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Cubital Tunnel Syndrome Braces?

Cubital Tunnel Syndrome is the name given to a condition where the ulnar nerve that travels down the arm becomes irritated by being compressed or stretched.

The ulnar nerve begins in the neck and ends at the little finger side of the hand. As it passes through the elbow joint it travels through a narrow tunnel (the cubital tunnel) under the bo ny bump on the inside of the elbow. The bump is the medial epicondyle, otherwise known as the funny bone. At this point the nerve, in the cubital tunnel, is very close to the skin and has little soft tissue for protection. Although the nerve can become compressed or irritated at any point along its length, it is most likely to happen as it passes through the cubital tunnel at the elbow, and is often caused by a prolonged stretching of the nerve (when the elbow is fully bent) or pressure on the nerve.

Symptoms of cubital tunnel syndrome include pain, swelling, tingling or numbness in the ring and little fingers, and weakness of the hand. Bending the elbow exacerbates the symptoms, and people who sleep with their elbows bent or their arms up by their head can find that the problem persists or worsens.

Wearing a brace that restricts movement of the elbow while the nerve heals can be extremely beneficial. For severe cases, the brace can initially be worn at all times, and as painful symptoms lessen, just at night. Please follow your medical practitioner’s advice on when to use the brace. The purpose of the brace is to prevent full extension and flexion (stretching and bending) of the elbow so as to decrease irritation of the nerve and allow it to heal, thereby reducing pain. It is, however, desirable to allow for some movement of the elbow during the night.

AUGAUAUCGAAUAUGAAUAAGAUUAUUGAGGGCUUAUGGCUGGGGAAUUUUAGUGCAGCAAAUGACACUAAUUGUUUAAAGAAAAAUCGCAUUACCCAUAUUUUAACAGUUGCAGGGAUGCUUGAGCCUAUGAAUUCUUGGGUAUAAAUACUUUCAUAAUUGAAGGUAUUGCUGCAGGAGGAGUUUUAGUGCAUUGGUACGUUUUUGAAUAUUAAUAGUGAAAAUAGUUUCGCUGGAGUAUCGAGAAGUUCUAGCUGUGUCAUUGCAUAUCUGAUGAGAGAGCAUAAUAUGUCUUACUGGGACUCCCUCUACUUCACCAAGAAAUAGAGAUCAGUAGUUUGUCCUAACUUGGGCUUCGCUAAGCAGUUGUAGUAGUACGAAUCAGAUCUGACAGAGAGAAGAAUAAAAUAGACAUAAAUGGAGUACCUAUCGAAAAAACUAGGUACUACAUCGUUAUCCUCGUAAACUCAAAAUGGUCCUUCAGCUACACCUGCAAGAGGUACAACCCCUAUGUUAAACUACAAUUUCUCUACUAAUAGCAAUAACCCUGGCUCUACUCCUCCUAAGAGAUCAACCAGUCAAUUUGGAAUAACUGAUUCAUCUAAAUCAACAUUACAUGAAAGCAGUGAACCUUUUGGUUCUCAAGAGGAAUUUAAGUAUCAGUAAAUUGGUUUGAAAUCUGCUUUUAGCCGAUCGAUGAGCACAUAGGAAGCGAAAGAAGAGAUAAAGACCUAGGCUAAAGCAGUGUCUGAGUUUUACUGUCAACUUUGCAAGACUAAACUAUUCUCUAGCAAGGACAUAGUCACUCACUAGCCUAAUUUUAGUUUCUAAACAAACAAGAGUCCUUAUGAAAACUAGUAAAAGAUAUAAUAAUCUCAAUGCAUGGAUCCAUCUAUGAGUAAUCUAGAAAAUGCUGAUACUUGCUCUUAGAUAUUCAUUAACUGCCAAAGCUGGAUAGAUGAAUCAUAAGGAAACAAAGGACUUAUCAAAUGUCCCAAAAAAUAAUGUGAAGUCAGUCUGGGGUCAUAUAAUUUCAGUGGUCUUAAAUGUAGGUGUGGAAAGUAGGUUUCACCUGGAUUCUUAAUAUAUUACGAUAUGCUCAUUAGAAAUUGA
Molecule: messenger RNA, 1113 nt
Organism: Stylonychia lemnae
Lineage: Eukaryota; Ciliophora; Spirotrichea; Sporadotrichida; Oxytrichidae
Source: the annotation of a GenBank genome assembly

There are several cubital tunnel syndrome braces on the market. The brace can be a rigid, thermoplastic splint molded to provide an optimum degree of flexion to the elbow. The correct amount of flexion (30–45 degrees, similar to a ‘handshake’ position) minimizes pressure on the ulnar nerve. Another option is a soft elbow splint that has an aluminum or thermoplastic stay. The advantage of thermoplastic is that it can be heated and molded to the desired degree of flexion. For comfort and the best fit, braces for cubital tunnel syndrome should have a soft, padded liner next to the skin, and be held in place by adjustable straps that can be tightened if the brace begins to slip. Try to avoid a brace that has a compression strap running over the elbow itself, as this will put pressure on the nerve. Many models are available in a short or long length. Be aware that the longer length may also be wider in diameter.

Ask your medical practitioner about a brace for cubital tunnel syndrome, and speak with a qualified salesperson who will help you choose the best one.

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